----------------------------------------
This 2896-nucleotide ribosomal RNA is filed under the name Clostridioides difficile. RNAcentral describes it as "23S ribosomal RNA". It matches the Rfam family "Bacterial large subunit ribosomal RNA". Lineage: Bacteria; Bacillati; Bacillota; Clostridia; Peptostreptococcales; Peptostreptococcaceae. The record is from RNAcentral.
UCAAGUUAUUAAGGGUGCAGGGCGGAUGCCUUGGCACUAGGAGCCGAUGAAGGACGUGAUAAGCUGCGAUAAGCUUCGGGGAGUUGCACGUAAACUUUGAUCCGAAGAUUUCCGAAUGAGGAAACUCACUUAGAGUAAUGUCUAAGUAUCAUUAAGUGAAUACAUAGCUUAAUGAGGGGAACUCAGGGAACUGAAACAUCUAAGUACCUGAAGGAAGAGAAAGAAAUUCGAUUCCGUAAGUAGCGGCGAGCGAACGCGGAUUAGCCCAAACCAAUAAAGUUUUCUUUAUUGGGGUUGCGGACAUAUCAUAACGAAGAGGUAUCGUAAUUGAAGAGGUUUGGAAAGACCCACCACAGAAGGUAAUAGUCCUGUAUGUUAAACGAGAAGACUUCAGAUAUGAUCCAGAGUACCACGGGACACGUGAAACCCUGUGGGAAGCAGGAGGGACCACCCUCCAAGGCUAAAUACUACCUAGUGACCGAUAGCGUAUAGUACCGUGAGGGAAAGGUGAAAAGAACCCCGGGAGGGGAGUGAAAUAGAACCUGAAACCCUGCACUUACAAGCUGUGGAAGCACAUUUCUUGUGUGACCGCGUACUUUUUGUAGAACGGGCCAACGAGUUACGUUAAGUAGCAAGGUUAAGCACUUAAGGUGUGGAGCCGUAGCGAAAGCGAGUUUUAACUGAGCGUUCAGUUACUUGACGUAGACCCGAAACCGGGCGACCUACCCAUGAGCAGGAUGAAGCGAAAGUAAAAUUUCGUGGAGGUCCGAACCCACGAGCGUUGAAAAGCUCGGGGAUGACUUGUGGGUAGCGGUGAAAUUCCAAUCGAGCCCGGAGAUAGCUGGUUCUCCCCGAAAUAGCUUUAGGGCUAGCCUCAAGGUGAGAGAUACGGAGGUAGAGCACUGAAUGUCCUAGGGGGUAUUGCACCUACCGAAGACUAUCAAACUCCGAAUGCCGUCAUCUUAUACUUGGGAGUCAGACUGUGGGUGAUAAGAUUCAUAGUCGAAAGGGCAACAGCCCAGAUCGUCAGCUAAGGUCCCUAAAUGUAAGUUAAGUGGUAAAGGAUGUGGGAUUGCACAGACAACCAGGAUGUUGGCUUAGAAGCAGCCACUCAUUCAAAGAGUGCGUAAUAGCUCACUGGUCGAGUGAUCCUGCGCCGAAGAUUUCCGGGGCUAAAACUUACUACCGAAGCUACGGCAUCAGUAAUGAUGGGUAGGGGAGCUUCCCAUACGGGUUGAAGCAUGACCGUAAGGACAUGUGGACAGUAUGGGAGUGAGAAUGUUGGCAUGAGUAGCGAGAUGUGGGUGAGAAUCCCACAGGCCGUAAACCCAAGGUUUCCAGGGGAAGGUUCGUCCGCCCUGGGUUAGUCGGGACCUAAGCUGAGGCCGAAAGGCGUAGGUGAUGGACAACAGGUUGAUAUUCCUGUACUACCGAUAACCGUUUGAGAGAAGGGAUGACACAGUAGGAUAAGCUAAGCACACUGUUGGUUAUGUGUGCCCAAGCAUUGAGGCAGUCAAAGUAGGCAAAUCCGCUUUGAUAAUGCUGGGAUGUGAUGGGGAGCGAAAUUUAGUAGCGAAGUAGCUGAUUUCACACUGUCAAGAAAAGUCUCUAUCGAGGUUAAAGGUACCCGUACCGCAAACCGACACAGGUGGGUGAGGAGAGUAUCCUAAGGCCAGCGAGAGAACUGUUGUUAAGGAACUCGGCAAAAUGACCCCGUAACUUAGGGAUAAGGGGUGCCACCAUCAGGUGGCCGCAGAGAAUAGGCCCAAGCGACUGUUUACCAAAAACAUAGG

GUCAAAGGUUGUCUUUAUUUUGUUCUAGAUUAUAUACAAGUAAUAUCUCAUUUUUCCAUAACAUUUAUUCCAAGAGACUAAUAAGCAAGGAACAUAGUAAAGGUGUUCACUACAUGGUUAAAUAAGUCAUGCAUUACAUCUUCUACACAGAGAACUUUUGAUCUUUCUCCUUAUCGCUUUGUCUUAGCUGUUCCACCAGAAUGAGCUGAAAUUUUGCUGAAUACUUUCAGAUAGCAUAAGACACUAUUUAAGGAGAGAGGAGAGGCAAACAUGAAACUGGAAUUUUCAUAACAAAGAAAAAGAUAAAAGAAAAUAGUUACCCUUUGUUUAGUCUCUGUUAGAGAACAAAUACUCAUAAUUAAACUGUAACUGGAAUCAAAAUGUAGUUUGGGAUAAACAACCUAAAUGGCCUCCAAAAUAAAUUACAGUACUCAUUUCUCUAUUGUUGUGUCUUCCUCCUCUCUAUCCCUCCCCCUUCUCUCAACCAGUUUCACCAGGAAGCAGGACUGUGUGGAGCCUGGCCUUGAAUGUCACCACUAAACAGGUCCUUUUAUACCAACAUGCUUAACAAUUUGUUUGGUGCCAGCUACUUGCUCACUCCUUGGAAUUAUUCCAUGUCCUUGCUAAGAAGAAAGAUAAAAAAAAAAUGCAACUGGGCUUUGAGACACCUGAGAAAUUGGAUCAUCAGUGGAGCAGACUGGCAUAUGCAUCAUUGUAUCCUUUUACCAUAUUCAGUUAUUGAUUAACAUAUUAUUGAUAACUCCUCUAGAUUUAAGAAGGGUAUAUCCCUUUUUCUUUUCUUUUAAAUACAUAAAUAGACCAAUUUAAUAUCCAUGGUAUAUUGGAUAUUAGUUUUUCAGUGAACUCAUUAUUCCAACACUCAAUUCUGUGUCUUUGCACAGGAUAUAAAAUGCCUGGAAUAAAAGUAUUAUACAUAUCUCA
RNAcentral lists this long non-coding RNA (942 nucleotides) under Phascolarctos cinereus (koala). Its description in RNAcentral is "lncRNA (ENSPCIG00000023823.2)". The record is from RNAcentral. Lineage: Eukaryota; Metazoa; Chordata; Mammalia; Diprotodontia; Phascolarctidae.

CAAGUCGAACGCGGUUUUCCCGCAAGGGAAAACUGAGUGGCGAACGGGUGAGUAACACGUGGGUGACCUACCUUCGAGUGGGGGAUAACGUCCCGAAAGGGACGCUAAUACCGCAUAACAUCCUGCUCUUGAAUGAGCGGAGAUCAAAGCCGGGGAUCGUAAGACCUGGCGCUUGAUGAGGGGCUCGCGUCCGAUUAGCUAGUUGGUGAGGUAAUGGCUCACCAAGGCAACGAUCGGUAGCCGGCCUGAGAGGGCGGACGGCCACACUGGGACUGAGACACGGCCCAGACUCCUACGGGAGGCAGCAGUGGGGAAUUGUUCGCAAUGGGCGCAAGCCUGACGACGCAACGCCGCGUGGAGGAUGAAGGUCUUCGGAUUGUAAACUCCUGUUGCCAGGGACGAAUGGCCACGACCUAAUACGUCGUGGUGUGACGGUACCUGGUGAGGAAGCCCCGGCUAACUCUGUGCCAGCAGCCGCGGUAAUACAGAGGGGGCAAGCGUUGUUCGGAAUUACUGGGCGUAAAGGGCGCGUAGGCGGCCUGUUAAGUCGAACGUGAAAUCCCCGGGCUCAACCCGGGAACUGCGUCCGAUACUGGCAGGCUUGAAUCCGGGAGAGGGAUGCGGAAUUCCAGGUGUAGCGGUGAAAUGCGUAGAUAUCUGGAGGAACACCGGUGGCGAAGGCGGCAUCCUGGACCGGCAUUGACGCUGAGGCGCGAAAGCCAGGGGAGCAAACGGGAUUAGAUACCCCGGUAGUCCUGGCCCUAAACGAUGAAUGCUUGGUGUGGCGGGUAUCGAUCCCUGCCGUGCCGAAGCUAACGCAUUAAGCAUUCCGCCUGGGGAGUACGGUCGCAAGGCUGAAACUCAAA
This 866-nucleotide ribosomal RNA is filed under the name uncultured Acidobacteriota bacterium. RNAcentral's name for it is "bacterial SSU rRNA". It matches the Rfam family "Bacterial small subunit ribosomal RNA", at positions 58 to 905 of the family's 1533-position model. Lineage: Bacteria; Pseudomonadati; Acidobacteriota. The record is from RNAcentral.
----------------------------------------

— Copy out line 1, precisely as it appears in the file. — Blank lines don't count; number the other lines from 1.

This 2896-nucleotide ribosomal RNA is filed under the name Clostridioides difficile. RNAcentral describes it as "23S ribosomal RNA". It matches the Rfam family "Bacterial large subunit ribosomal RNA". Lineage: Bacteria; Bacillati; Bacillota; Clostridia; Peptostreptococcales; Peptostreptococcaceae. The record is from RNAcentral.